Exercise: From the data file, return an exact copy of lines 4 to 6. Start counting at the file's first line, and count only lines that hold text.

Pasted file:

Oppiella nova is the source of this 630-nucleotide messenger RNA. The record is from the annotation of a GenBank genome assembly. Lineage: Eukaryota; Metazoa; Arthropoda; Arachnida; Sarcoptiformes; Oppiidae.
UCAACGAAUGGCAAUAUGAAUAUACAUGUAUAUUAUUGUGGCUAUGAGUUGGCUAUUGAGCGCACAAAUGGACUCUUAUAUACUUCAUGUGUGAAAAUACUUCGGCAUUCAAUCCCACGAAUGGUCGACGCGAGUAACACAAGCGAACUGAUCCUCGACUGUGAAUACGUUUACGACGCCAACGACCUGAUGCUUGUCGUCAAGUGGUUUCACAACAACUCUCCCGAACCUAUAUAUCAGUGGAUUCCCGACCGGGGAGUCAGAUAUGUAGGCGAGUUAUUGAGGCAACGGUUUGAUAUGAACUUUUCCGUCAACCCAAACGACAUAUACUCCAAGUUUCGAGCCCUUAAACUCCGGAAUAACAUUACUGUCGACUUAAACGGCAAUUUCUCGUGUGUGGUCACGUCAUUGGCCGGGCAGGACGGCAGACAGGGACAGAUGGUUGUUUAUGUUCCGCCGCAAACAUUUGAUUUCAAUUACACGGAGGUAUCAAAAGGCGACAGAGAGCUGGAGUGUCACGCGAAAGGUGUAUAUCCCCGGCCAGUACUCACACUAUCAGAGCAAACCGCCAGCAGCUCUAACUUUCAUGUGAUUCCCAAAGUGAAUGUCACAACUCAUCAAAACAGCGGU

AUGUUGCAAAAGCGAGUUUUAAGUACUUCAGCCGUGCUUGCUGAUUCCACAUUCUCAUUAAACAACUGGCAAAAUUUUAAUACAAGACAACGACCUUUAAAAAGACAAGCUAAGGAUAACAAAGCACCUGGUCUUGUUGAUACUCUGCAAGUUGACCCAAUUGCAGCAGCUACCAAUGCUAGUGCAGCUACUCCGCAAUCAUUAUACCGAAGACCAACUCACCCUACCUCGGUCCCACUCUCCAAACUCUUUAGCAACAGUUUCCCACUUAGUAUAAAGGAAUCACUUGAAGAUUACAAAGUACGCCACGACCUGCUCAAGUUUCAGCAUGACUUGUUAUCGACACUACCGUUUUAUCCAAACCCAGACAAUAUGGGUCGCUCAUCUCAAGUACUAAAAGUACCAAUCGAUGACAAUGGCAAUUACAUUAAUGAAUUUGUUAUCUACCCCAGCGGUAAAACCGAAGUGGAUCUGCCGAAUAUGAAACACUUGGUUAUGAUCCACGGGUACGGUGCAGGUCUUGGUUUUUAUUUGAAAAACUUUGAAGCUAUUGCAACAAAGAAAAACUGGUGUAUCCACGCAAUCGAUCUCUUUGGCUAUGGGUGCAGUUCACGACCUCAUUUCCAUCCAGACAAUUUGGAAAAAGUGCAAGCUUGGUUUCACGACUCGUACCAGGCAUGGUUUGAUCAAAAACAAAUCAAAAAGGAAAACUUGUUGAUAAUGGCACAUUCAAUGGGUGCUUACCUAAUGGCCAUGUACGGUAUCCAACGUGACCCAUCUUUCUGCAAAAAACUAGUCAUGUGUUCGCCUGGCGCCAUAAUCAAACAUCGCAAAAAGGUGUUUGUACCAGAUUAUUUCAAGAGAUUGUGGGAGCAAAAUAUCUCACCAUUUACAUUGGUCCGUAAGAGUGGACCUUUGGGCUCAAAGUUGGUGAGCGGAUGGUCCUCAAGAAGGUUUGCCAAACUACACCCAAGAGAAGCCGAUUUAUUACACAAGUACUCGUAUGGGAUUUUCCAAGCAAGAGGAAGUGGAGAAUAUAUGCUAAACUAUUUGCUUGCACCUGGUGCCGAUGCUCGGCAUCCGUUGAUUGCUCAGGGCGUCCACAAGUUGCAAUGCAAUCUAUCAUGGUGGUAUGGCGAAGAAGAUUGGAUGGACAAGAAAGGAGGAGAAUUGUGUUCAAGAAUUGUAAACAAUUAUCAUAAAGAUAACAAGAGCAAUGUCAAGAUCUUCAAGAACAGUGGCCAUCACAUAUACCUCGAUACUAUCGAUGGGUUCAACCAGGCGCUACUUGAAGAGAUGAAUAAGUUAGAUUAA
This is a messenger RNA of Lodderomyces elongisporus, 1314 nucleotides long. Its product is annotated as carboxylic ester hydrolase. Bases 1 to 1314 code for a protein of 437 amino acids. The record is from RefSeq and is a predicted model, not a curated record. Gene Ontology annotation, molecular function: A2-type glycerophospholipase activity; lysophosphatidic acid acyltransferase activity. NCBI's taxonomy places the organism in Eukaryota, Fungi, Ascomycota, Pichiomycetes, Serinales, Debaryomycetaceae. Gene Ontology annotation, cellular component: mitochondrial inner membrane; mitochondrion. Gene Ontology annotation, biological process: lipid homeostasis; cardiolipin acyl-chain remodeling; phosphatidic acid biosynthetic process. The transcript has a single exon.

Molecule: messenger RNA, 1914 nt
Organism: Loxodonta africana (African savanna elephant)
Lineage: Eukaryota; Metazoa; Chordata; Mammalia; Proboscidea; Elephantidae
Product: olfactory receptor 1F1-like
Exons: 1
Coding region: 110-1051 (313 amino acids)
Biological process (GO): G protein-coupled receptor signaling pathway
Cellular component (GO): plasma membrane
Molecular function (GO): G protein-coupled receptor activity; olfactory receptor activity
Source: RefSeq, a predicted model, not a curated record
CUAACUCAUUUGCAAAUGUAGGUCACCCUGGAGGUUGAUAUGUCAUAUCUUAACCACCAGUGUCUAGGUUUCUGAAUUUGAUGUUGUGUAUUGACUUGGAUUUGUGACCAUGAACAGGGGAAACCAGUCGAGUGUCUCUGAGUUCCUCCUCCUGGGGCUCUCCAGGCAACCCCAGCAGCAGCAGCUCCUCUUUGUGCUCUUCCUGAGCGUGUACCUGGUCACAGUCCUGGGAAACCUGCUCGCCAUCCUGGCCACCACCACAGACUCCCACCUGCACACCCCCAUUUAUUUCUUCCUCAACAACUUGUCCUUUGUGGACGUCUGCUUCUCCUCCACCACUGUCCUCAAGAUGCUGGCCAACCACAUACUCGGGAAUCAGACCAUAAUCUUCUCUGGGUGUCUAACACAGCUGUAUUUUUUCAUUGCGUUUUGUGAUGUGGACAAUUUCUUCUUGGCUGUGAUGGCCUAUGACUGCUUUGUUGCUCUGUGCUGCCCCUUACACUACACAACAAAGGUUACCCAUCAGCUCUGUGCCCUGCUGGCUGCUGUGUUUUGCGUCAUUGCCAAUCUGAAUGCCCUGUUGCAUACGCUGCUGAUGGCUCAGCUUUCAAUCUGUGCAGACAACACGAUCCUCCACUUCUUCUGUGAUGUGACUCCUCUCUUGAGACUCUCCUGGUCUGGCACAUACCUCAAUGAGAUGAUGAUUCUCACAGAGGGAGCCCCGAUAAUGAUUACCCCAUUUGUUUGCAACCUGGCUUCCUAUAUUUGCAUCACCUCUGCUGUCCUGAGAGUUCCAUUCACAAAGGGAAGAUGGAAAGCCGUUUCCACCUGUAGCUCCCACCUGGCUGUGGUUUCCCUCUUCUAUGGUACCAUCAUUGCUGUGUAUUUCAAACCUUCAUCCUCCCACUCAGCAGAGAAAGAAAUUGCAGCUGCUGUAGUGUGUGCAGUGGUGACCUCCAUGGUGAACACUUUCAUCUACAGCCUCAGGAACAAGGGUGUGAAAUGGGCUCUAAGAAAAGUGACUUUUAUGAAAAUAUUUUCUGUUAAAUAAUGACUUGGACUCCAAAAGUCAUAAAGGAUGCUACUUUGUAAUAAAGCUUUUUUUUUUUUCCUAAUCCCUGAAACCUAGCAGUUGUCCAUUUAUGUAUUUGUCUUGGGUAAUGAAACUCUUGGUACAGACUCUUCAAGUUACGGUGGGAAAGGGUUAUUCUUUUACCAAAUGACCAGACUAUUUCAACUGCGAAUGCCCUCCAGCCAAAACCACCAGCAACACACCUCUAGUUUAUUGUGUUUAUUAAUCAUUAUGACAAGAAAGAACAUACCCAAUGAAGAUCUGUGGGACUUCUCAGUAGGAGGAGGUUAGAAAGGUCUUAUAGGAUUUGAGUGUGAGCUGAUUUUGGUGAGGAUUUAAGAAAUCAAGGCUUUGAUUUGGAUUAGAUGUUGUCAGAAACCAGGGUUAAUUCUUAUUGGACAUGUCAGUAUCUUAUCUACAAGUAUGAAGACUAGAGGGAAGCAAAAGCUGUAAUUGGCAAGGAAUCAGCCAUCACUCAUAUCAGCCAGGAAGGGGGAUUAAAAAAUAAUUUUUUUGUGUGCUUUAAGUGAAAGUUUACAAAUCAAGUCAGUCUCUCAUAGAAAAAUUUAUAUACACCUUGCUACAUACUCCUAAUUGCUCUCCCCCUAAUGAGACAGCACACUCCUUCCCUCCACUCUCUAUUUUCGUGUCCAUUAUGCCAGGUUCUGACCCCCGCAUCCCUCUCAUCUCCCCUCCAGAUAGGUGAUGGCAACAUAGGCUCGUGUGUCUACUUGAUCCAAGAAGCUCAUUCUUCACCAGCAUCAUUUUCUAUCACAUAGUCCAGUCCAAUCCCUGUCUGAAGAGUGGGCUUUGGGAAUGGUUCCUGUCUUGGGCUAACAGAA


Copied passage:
This is a messenger RNA of Lodderomyces elongisporus, 1314 nucleotides long. Its product is annotated as carboxylic ester hydrolase. Bases 1 to 1314 code for a protein of 437 amino acids. The record is from RefSeq and is a predicted model, not a curated record. Gene Ontology annotation, molecular function: A2-type glycerophospholipase activity; lysophosphatidic acid acyltransferase activity. NCBI's taxonomy places the organism in Eukaryota, Fungi, Ascomycota, Pichiomycetes, Serinales, Debaryomycetaceae. Gene Ontology annotation, cellular component: mitochondrial inner membrane; mitochondrion. Gene Ontology annotation, biological process: lipid homeostasis; cardiolipin acyl-chain remodeling; phosphatidic acid biosynthetic process. The transcript has a single exon.

Molecule: messenger RNA, 1914 nt
Organism: Loxodonta africana (African savanna elephant)